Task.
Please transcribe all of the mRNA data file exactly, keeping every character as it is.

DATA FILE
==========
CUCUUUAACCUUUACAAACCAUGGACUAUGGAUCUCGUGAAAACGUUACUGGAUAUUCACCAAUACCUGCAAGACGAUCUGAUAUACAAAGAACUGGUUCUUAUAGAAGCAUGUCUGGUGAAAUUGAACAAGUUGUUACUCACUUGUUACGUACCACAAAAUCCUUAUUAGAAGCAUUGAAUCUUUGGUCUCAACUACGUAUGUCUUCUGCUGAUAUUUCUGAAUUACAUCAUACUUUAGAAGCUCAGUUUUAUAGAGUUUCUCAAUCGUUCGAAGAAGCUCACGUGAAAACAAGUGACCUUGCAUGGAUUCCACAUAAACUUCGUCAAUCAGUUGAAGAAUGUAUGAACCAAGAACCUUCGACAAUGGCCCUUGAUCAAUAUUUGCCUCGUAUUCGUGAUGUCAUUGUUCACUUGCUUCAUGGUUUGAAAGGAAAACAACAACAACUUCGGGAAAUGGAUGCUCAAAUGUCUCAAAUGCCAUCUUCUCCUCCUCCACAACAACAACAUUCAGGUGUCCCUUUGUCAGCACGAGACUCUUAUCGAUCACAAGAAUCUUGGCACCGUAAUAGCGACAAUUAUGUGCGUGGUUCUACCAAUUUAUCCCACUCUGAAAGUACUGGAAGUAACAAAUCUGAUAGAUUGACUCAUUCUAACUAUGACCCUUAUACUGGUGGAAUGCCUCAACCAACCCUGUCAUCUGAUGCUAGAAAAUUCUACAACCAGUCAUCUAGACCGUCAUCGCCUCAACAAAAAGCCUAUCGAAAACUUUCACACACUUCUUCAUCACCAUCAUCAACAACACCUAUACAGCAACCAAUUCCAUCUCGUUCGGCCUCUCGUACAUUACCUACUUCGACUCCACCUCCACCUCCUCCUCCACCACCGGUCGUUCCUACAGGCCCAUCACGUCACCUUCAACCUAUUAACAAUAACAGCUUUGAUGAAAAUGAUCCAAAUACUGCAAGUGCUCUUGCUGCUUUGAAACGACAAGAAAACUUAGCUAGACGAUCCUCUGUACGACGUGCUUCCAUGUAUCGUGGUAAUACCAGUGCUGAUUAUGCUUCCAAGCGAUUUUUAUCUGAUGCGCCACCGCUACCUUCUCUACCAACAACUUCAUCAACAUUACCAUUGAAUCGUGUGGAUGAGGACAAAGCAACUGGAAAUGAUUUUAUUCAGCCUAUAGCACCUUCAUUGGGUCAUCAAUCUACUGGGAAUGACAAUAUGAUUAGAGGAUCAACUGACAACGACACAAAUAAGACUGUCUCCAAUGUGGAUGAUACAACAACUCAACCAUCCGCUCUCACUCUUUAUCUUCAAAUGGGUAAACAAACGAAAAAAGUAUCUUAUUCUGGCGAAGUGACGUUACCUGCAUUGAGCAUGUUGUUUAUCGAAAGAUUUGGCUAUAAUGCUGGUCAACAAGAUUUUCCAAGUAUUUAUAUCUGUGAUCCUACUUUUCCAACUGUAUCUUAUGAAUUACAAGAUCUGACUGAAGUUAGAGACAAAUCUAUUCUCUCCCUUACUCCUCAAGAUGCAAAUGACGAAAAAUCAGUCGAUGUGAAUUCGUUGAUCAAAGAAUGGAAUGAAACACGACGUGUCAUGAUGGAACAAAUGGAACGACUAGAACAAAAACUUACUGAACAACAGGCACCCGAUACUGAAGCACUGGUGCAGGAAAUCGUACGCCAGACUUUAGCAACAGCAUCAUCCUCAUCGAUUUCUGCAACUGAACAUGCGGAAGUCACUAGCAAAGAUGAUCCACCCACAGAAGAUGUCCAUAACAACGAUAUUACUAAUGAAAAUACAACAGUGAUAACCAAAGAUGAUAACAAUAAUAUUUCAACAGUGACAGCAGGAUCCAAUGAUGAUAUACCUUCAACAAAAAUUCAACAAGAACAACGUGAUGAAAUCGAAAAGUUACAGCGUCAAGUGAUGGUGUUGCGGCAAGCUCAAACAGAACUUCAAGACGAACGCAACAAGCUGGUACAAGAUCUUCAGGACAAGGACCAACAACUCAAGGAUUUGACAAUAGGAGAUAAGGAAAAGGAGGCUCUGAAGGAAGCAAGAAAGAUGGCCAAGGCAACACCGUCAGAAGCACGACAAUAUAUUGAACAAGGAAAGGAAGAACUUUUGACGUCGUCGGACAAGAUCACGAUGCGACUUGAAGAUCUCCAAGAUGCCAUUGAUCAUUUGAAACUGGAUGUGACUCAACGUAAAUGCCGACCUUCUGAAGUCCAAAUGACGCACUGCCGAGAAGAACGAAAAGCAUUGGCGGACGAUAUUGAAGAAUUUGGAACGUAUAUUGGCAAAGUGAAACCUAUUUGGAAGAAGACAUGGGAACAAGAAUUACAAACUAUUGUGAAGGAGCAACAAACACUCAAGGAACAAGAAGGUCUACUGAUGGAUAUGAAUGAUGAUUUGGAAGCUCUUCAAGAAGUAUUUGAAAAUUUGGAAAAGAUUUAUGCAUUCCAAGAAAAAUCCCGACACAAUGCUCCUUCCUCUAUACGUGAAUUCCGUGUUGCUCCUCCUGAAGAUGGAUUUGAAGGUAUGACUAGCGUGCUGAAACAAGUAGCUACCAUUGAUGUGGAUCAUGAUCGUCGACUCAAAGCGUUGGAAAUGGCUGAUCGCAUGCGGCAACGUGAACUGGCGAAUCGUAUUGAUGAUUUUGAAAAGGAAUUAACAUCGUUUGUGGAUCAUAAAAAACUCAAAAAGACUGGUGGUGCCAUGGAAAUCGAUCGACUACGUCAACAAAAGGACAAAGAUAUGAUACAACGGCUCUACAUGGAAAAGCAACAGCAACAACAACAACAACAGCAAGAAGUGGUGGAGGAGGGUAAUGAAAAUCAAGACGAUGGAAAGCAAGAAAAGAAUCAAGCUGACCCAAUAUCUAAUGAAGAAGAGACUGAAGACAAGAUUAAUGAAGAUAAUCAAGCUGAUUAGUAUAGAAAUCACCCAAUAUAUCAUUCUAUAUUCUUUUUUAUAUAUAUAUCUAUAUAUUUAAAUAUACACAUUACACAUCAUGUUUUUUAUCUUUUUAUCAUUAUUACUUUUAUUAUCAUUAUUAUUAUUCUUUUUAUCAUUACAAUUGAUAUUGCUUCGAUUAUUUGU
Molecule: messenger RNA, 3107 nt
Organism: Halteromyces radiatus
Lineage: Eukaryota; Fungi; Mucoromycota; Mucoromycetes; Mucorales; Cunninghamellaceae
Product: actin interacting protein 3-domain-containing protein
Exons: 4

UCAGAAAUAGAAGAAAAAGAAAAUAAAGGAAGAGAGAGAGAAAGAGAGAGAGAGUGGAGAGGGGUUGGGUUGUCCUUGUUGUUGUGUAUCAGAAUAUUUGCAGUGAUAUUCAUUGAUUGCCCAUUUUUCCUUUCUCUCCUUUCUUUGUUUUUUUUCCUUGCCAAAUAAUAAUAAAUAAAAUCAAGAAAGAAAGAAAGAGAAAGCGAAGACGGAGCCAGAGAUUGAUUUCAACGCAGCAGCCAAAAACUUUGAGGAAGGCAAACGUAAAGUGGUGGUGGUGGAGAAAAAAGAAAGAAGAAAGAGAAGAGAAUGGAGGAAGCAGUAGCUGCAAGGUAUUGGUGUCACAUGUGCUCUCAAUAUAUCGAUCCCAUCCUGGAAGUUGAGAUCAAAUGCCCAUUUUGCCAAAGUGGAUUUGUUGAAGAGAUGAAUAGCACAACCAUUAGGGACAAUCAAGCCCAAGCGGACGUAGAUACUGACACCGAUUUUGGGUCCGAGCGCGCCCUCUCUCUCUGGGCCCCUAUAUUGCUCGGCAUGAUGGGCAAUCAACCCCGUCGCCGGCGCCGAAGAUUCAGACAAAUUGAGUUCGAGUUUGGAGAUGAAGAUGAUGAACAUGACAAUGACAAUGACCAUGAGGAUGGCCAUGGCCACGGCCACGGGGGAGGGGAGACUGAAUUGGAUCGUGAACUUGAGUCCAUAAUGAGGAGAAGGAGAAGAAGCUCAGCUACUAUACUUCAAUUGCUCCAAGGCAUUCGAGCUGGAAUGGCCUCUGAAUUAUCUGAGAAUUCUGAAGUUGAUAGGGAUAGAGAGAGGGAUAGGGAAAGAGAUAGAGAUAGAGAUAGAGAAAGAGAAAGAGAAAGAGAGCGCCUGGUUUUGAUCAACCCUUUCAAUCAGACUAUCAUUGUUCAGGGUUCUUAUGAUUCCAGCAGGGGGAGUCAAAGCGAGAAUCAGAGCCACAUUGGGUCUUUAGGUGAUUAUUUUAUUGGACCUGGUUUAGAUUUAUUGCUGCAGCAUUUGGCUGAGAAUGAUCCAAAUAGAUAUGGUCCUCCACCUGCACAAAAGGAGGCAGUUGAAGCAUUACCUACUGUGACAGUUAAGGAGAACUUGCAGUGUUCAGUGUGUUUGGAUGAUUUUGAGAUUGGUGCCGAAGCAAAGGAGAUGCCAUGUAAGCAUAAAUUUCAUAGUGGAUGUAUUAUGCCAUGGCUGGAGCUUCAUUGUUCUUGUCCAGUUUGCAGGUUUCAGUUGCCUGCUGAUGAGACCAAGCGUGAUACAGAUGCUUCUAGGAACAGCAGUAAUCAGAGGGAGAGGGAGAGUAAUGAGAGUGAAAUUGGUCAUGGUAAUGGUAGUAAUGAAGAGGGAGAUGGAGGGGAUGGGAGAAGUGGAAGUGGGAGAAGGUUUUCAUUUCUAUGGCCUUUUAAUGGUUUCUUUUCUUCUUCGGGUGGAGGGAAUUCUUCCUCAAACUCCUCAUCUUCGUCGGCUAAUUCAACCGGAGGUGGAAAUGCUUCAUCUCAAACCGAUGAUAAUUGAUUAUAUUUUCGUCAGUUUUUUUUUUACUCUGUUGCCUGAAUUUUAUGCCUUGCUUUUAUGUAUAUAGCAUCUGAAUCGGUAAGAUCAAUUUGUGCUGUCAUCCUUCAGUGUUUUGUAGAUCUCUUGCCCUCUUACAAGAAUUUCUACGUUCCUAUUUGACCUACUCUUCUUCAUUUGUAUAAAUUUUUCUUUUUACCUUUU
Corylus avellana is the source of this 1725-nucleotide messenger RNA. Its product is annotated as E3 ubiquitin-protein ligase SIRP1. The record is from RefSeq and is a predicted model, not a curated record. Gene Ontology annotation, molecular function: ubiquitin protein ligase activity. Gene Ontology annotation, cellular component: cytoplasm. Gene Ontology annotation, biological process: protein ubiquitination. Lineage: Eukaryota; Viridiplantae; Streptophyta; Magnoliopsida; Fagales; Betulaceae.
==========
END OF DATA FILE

CUCUUUAACCUUUACAAACCAUGGACUAUGGAUCUCGUGAAAACGUUACUGGAUAUUCACCAAUACCUGCAAGACGAUCUGAUAUACAAAGAACUGGUUCUUAUAGAAGCAUGUCUGGUGAAAUUGAACAAGUUGUUACUCACUUGUUACGUACCACAAAAUCCUUAUUAGAAGCAUUGAAUCUUUGGUCUCAACUACGUAUGUCUUCUGCUGAUAUUUCUGAAUUACAUCAUACUUUAGAAGCUCAGUUUUAUAGAGUUUCUCAAUCGUUCGAAGAAGCUCACGUGAAAACAAGUGACCUUGCAUGGAUUCCACAUAAACUUCGUCAAUCAGUUGAAGAAUGUAUGAACCAAGAACCUUCGACAAUGGCCCUUGAUCAAUAUUUGCCUCGUAUUCGUGAUGUCAUUGUUCACUUGCUUCAUGGUUUGAAAGGAAAACAACAACAACUUCGGGAAAUGGAUGCUCAAAUGUCUCAAAUGCCAUCUUCUCCUCCUCCACAACAACAACAUUCAGGUGUCCCUUUGUCAGCACGAGACUCUUAUCGAUCACAAGAAUCUUGGCACCGUAAUAGCGACAAUUAUGUGCGUGGUUCUACCAAUUUAUCCCACUCUGAAAGUACUGGAAGUAACAAAUCUGAUAGAUUGACUCAUUCUAACUAUGACCCUUAUACUGGUGGAAUGCCUCAACCAACCCUGUCAUCUGAUGCUAGAAAAUUCUACAACCAGUCAUCUAGACCGUCAUCGCCUCAACAAAAAGCCUAUCGAAAACUUUCACACACUUCUUCAUCACCAUCAUCAACAACACCUAUACAGCAACCAAUUCCAUCUCGUUCGGCCUCUCGUACAUUACCUACUUCGACUCCACCUCCACCUCCUCCUCCACCACCGGUCGUUCCUACAGGCCCAUCACGUCACCUUCAACCUAUUAACAAUAACAGCUUUGAUGAAAAUGAUCCAAAUACUGCAAGUGCUCUUGCUGCUUUGAAACGACAAGAAAACUUAGCUAGACGAUCCUCUGUACGACGUGCUUCCAUGUAUCGUGGUAAUACCAGUGCUGAUUAUGCUUCCAAGCGAUUUUUAUCUGAUGCGCCACCGCUACCUUCUCUACCAACAACUUCAUCAACAUUACCAUUGAAUCGUGUGGAUGAGGACAAAGCAACUGGAAAUGAUUUUAUUCAGCCUAUAGCACCUUCAUUGGGUCAUCAAUCUACUGGGAAUGACAAUAUGAUUAGAGGAUCAACUGACAACGACACAAAUAAGACUGUCUCCAAUGUGGAUGAUACAACAACUCAACCAUCCGCUCUCACUCUUUAUCUUCAAAUGGGUAAACAAACGAAAAAAGUAUCUUAUUCUGGCGAAGUGACGUUACCUGCAUUGAGCAUGUUGUUUAUCGAAAGAUUUGGCUAUAAUGCUGGUCAACAAGAUUUUCCAAGUAUUUAUAUCUGUGAUCCUACUUUUCCAACUGUAUCUUAUGAAUUACAAGAUCUGACUGAAGUUAGAGACAAAUCUAUUCUCUCCCUUACUCCUCAAGAUGCAAAUGACGAAAAAUCAGUCGAUGUGAAUUCGUUGAUCAAAGAAUGGAAUGAAACACGACGUGUCAUGAUGGAACAAAUGGAACGACUAGAACAAAAACUUACUGAACAACAGGCACCCGAUACUGAAGCACUGGUGCAGGAAAUCGUACGCCAGACUUUAGCAACAGCAUCAUCCUCAUCGAUUUCUGCAACUGAACAUGCGGAAGUCACUAGCAAAGAUGAUCCACCCACAGAAGAUGUCCAUAACAACGAUAUUACUAAUGAAAAUACAACAGUGAUAACCAAAGAUGAUAACAAUAAUAUUUCAACAGUGACAGCAGGAUCCAAUGAUGAUAUACCUUCAACAAAAAUUCAACAAGAACAACGUGAUGAAAUCGAAAAGUUACAGCGUCAAGUGAUGGUGUUGCGGCAAGCUCAAACAGAACUUCAAGACGAACGCAACAAGCUGGUACAAGAUCUUCAGGACAAGGACCAACAACUCAAGGAUUUGACAAUAGGAGAUAAGGAAAAGGAGGCUCUGAAGGAAGCAAGAAAGAUGGCCAAGGCAACACCGUCAGAAGCACGACAAUAUAUUGAACAAGGAAAGGAAGAACUUUUGACGUCGUCGGACAAGAUCACGAUGCGACUUGAAGAUCUCCAAGAUGCCAUUGAUCAUUUGAAACUGGAUGUGACUCAACGUAAAUGCCGACCUUCUGAAGUCCAAAUGACGCACUGCCGAGAAGAACGAAAAGCAUUGGCGGACGAUAUUGAAGAAUUUGGAACGUAUAUUGGCAAAGUGAAACCUAUUUGGAAGAAGACAUGGGAACAAGAAUUACAAACUAUUGUGAAGGAGCAACAAACACUCAAGGAACAAGAAGGUCUACUGAUGGAUAUGAAUGAUGAUUUGGAAGCUCUUCAAGAAGUAUUUGAAAAUUUGGAAAAGAUUUAUGCAUUCCAAGAAAAAUCCCGACACAAUGCUCCUUCCUCUAUACGUGAAUUCCGUGUUGCUCCUCCUGAAGAUGGAUUUGAAGGUAUGACUAGCGUGCUGAAACAAGUAGCUACCAUUGAUGUGGAUCAUGAUCGUCGACUCAAAGCGUUGGAAAUGGCUGAUCGCAUGCGGCAACGUGAACUGGCGAAUCGUAUUGAUGAUUUUGAAAAGGAAUUAACAUCGUUUGUGGAUCAUAAAAAACUCAAAAAGACUGGUGGUGCCAUGGAAAUCGAUCGACUACGUCAACAAAAGGACAAAGAUAUGAUACAACGGCUCUACAUGGAAAAGCAACAGCAACAACAACAACAACAGCAAGAAGUGGUGGAGGAGGGUAAUGAAAAUCAAGACGAUGGAAAGCAAGAAAAGAAUCAAGCUGACCCAAUAUCUAAUGAAGAAGAGACUGAAGACAAGAUUAAUGAAGAUAAUCAAGCUGAUUAGUAUAGAAAUCACCCAAUAUAUCAUUCUAUAUUCUUUUUUAUAUAUAUAUCUAUAUAUUUAAAUAUACACAUUACACAUCAUGUUUUUUAUCUUUUUAUCAUUAUUACUUUUAUUAUCAUUAUUAUUAUUCUUUUUAUCAUUACAAUUGAUAUUGCUUCGAUUAUUUGU
Molecule: messenger RNA, 3107 nt
Organism: Halteromyces radiatus
Lineage: Eukaryota; Fungi; Mucoromycota; Mucoromycetes; Mucorales; Cunninghamellaceae
Product: actin interacting protein 3-domain-containing protein
Exons: 4

UCAGAAAUAGAAGAAAAAGAAAAUAAAGGAAGAGAGAGAGAAAGAGAGAGAGAGUGGAGAGGGGUUGGGUUGUCCUUGUUGUUGUGUAUCAGAAUAUUUGCAGUGAUAUUCAUUGAUUGCCCAUUUUUCCUUUCUCUCCUUUCUUUGUUUUUUUUCCUUGCCAAAUAAUAAUAAAUAAAAUCAAGAAAGAAAGAAAGAGAAAGCGAAGACGGAGCCAGAGAUUGAUUUCAACGCAGCAGCCAAAAACUUUGAGGAAGGCAAACGUAAAGUGGUGGUGGUGGAGAAAAAAGAAAGAAGAAAGAGAAGAGAAUGGAGGAAGCAGUAGCUGCAAGGUAUUGGUGUCACAUGUGCUCUCAAUAUAUCGAUCCCAUCCUGGAAGUUGAGAUCAAAUGCCCAUUUUGCCAAAGUGGAUUUGUUGAAGAGAUGAAUAGCACAACCAUUAGGGACAAUCAAGCCCAAGCGGACGUAGAUACUGACACCGAUUUUGGGUCCGAGCGCGCCCUCUCUCUCUGGGCCCCUAUAUUGCUCGGCAUGAUGGGCAAUCAACCCCGUCGCCGGCGCCGAAGAUUCAGACAAAUUGAGUUCGAGUUUGGAGAUGAAGAUGAUGAACAUGACAAUGACAAUGACCAUGAGGAUGGCCAUGGCCACGGCCACGGGGGAGGGGAGACUGAAUUGGAUCGUGAACUUGAGUCCAUAAUGAGGAGAAGGAGAAGAAGCUCAGCUACUAUACUUCAAUUGCUCCAAGGCAUUCGAGCUGGAAUGGCCUCUGAAUUAUCUGAGAAUUCUGAAGUUGAUAGGGAUAGAGAGAGGGAUAGGGAAAGAGAUAGAGAUAGAGAUAGAGAAAGAGAAAGAGAAAGAGAGCGCCUGGUUUUGAUCAACCCUUUCAAUCAGACUAUCAUUGUUCAGGGUUCUUAUGAUUCCAGCAGGGGGAGUCAAAGCGAGAAUCAGAGCCACAUUGGGUCUUUAGGUGAUUAUUUUAUUGGACCUGGUUUAGAUUUAUUGCUGCAGCAUUUGGCUGAGAAUGAUCCAAAUAGAUAUGGUCCUCCACCUGCACAAAAGGAGGCAGUUGAAGCAUUACCUACUGUGACAGUUAAGGAGAACUUGCAGUGUUCAGUGUGUUUGGAUGAUUUUGAGAUUGGUGCCGAAGCAAAGGAGAUGCCAUGUAAGCAUAAAUUUCAUAGUGGAUGUAUUAUGCCAUGGCUGGAGCUUCAUUGUUCUUGUCCAGUUUGCAGGUUUCAGUUGCCUGCUGAUGAGACCAAGCGUGAUACAGAUGCUUCUAGGAACAGCAGUAAUCAGAGGGAGAGGGAGAGUAAUGAGAGUGAAAUUGGUCAUGGUAAUGGUAGUAAUGAAGAGGGAGAUGGAGGGGAUGGGAGAAGUGGAAGUGGGAGAAGGUUUUCAUUUCUAUGGCCUUUUAAUGGUUUCUUUUCUUCUUCGGGUGGAGGGAAUUCUUCCUCAAACUCCUCAUCUUCGUCGGCUAAUUCAACCGGAGGUGGAAAUGCUUCAUCUCAAACCGAUGAUAAUUGAUUAUAUUUUCGUCAGUUUUUUUUUUACUCUGUUGCCUGAAUUUUAUGCCUUGCUUUUAUGUAUAUAGCAUCUGAAUCGGUAAGAUCAAUUUGUGCUGUCAUCCUUCAGUGUUUUGUAGAUCUCUUGCCCUCUUACAAGAAUUUCUACGUUCCUAUUUGACCUACUCUUCUUCAUUUGUAUAAAUUUUUCUUUUUACCUUUU
Corylus avellana is the source of this 1725-nucleotide messenger RNA. Its product is annotated as E3 ubiquitin-protein ligase SIRP1. The record is from RefSeq and is a predicted model, not a curated record. Gene Ontology annotation, molecular function: ubiquitin protein ligase activity. Gene Ontology annotation, cellular component: cytoplasm. Gene Ontology annotation, biological process: protein ubiquitination. Lineage: Eukaryota; Viridiplantae; Streptophyta; Magnoliopsida; Fagales; Betulaceae.